Persistence rates are declining for first-time college students, reports the National Student Clearinghouse Research Center.
Overall, the persistence rate — the percentage of students who return for a second year — dropped 1.2 percent since 1009. Of all students who started college in fall 2012, 68.7 percent returned to college at any U.S. institution in fall 2013, and 58.2 percent returned to the same institution.
In the two-year public sector, persistence has fallen 2.3 percentage points since 2009, while the retention rate has dropped 1.1 percentage points.
Of all students who started community college in fall 2012, 57 percent returned to college at any U.S. institution in fall 2013, and 46.5 percent returned to the same institution. For full-time starters, the persistence rate has fallen 2.8 percentage points since 2009, while the retention rate has dropped 2.2 percentage points. For part-time students, the persistence rate has fallen 1.1 percentage points since 2009, while the retention rate has increased 1.0 percentage points.
More than 18 percent of Pell recipients with a B average or higher didn’t reapply for aid for a second year of college, a recent study reports. Close to half did not return to college and those who did return had lower persistence rates than students who had reapplied for aid,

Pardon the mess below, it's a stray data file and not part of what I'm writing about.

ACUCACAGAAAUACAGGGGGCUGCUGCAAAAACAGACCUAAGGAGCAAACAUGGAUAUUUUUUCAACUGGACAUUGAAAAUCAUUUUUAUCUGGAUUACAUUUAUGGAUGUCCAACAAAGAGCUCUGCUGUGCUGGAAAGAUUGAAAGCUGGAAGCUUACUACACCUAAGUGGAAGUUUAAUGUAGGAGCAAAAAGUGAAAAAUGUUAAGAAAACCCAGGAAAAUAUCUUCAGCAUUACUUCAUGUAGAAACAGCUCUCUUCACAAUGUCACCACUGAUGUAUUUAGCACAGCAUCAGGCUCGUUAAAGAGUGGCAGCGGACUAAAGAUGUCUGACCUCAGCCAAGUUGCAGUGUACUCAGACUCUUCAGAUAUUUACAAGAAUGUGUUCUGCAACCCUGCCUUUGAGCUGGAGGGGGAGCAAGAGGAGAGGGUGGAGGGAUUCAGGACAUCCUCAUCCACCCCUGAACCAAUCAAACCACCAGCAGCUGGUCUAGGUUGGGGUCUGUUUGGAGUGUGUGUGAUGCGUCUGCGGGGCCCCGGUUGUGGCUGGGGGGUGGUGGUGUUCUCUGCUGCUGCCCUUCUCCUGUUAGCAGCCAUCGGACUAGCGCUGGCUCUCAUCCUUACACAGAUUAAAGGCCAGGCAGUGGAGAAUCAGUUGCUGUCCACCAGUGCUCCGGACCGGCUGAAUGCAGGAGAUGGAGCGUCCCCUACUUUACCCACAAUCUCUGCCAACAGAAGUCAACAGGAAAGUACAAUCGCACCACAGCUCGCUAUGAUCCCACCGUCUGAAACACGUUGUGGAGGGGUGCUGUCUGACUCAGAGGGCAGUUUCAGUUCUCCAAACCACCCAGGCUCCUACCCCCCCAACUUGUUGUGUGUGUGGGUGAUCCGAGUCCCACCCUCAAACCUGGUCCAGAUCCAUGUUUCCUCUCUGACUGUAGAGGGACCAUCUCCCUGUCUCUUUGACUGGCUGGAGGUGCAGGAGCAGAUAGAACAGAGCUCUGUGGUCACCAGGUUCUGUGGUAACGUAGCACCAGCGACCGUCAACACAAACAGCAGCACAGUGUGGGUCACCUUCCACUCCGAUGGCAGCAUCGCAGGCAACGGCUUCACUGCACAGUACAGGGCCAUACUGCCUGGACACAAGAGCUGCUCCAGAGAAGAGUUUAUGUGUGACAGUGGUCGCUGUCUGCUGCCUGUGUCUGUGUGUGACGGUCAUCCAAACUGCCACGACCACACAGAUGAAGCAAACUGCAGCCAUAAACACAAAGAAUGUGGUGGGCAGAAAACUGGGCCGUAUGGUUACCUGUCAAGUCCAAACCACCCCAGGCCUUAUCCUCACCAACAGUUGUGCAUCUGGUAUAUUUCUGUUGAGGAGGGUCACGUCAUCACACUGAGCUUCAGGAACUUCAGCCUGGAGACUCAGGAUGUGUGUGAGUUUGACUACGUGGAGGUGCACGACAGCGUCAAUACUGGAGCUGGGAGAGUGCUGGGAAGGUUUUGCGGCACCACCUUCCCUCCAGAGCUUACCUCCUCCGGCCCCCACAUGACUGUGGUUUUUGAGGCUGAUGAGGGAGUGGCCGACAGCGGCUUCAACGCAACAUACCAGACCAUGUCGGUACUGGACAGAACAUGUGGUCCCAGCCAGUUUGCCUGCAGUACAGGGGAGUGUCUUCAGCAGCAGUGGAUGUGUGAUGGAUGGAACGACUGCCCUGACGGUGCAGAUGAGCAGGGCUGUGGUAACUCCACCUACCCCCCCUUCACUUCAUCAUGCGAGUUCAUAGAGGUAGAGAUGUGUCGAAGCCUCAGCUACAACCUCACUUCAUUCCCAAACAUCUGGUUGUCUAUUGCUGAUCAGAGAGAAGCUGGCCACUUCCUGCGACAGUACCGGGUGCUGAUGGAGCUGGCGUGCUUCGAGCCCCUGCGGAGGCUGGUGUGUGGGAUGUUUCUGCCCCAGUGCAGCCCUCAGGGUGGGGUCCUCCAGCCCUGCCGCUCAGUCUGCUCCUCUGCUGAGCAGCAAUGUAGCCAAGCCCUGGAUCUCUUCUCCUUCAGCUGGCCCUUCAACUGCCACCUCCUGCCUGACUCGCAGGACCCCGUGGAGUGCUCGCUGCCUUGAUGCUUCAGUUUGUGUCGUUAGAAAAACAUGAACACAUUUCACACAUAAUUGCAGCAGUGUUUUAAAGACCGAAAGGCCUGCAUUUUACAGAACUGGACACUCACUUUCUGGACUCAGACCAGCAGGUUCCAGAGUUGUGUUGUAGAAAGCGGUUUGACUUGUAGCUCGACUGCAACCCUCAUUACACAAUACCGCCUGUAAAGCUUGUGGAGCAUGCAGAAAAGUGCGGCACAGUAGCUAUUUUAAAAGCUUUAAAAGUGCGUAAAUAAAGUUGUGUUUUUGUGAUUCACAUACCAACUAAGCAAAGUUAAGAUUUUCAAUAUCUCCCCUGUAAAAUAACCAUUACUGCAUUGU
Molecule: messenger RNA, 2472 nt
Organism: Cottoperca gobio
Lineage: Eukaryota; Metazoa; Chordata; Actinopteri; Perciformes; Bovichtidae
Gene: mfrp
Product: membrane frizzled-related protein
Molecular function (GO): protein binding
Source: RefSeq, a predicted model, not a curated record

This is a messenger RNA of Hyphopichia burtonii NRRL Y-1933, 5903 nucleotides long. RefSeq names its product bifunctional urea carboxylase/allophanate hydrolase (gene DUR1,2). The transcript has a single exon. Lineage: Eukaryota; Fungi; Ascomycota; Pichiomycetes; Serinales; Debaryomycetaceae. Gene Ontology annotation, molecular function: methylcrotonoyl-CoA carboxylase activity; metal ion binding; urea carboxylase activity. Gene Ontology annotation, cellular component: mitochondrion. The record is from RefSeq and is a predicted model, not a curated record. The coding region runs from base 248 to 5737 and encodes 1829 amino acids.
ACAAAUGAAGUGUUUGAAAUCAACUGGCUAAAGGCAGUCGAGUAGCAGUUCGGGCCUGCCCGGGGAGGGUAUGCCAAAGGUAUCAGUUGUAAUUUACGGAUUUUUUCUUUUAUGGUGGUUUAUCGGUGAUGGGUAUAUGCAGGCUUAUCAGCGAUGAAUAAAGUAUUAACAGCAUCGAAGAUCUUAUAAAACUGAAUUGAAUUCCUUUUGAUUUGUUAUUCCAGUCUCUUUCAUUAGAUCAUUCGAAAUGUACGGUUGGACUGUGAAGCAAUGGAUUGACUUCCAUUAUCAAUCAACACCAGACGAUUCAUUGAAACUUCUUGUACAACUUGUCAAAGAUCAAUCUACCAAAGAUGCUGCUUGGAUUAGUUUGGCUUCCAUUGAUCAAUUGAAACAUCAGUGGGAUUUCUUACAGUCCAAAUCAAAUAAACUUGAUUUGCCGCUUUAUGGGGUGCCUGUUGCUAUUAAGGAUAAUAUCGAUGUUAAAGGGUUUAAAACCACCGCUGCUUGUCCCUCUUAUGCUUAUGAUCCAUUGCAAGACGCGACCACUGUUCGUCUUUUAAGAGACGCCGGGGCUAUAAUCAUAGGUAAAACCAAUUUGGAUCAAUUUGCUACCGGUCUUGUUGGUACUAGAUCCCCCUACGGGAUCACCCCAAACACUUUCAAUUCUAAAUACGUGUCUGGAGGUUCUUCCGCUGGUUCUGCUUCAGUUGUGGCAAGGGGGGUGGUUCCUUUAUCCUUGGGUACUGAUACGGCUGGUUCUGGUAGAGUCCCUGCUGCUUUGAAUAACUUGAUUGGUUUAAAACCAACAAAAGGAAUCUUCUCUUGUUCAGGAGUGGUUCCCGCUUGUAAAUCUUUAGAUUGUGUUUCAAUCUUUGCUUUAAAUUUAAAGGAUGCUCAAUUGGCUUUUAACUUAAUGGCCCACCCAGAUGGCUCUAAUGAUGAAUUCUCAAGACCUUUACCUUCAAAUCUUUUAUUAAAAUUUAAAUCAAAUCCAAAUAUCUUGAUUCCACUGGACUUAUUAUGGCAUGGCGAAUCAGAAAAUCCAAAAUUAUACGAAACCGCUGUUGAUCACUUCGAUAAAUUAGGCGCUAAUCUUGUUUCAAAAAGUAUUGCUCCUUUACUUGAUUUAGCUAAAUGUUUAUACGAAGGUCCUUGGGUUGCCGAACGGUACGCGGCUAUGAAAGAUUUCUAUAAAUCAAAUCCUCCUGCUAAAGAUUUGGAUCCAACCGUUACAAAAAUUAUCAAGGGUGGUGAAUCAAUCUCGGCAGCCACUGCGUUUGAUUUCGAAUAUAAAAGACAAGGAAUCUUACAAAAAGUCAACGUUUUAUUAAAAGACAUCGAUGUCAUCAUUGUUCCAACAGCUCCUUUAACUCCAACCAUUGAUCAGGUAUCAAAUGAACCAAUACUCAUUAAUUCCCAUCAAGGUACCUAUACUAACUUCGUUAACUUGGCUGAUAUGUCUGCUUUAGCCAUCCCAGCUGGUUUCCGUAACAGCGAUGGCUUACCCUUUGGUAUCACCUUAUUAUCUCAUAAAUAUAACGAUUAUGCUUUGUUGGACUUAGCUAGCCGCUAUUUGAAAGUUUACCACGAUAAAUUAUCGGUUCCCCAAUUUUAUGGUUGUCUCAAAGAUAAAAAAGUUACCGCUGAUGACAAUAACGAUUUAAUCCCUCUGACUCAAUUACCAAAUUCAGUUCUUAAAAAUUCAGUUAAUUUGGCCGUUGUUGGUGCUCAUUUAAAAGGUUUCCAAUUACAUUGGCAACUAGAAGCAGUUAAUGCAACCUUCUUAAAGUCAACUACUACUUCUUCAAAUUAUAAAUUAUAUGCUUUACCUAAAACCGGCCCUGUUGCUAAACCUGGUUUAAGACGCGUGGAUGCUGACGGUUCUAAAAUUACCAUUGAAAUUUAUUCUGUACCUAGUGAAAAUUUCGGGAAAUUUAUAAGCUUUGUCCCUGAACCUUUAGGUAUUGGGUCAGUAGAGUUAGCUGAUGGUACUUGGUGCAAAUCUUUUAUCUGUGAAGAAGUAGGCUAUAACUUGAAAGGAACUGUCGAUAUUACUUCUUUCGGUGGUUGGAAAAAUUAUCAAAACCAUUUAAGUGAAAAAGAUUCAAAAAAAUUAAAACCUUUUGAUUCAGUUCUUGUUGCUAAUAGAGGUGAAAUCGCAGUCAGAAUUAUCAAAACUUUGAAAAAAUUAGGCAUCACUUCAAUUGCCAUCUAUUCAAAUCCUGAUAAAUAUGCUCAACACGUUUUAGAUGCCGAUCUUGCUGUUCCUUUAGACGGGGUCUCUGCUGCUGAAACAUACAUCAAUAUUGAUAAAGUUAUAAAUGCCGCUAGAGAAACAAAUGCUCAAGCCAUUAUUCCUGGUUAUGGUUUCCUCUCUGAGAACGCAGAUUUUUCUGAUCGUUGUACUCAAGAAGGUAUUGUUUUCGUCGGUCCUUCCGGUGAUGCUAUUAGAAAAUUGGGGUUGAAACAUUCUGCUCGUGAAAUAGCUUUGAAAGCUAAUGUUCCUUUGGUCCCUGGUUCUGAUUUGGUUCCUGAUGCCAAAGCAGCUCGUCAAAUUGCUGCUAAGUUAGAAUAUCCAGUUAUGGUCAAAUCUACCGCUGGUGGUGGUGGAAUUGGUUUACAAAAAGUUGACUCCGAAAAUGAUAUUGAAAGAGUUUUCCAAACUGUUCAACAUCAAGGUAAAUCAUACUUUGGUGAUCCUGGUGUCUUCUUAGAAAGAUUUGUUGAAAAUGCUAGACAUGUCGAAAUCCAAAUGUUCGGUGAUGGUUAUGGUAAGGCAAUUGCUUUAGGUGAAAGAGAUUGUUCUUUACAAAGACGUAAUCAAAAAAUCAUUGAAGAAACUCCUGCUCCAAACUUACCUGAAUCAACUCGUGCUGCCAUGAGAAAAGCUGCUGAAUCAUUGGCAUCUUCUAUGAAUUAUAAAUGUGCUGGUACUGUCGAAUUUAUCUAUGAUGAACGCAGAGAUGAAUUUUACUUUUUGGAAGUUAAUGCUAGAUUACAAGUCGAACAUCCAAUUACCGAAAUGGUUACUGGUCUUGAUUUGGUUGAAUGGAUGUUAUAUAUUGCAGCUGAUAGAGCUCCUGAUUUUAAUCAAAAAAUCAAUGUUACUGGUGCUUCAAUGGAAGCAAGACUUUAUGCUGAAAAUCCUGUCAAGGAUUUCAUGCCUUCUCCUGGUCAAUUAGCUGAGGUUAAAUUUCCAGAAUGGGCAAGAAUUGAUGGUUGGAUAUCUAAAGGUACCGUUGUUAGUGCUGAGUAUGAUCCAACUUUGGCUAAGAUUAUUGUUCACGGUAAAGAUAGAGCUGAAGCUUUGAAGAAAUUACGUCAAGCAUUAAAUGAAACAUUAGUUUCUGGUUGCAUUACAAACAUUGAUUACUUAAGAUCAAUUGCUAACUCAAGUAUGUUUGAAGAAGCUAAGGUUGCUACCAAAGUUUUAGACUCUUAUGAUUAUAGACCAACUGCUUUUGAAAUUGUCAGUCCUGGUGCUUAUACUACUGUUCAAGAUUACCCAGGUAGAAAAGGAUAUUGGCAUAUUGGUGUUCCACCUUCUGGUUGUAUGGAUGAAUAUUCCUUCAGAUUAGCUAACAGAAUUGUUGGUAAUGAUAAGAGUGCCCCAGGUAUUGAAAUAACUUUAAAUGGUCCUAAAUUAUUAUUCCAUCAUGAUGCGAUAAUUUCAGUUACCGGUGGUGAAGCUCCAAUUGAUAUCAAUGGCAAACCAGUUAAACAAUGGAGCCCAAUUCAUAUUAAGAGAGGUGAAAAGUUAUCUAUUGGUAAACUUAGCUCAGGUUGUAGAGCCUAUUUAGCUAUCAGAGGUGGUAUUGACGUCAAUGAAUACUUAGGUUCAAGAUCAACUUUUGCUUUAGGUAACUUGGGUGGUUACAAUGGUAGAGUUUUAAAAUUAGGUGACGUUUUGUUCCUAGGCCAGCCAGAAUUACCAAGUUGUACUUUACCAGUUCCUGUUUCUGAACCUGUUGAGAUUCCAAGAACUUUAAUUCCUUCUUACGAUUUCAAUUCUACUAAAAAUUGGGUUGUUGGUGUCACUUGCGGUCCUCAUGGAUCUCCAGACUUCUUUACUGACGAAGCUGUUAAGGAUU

Text-message reminders to apply for aid can boost persistence for community college students, according to a new working paper, Freshman-Year Financial-Aid Nudges. The nudges cost only $5 per student.
Researchers designed a series of messages about financial aid, refiling the Free Application for Federal Student Aid (Fafsa) and maintaining satisfactory academic progress, a precondition of receiving aid, reports the Chronicle of Higher Education.
A group that had helped the students in high school with college and aid counseling, uAspire, sent the messages.
The messages were designed to both connect students with advising and remind them about deadlines and requirements.
. . . The messages made a difference for community-college students. Sixty-four percent of such students in the control group persisted to their second year. For those who got the messages, the rate was 12 percentage points higher: 76 percent.
Messages didn’t affect the re-enrollment rate — 87 percent — of students at four-year colleges and universities.
Maine students should pay no tuition in their sophomore year at a University of Maine campus, proposes Rep. Mike Michaud, a Democratic candidate for governor. “One-third of first-year students don’t continue on to their sophomore year,” the “Sophomore Year Free” plan states. “Affordability is a major obstacle” to completion.
Michaud also proposes giving the state’s community colleges an extra $1 million to add summer classes.
At the community college level, it would be hard to define “sophomore year.” What about part-timers, transfers and students who started out in developmental courses? “Free” would leave a lot of federal financial aid on the table.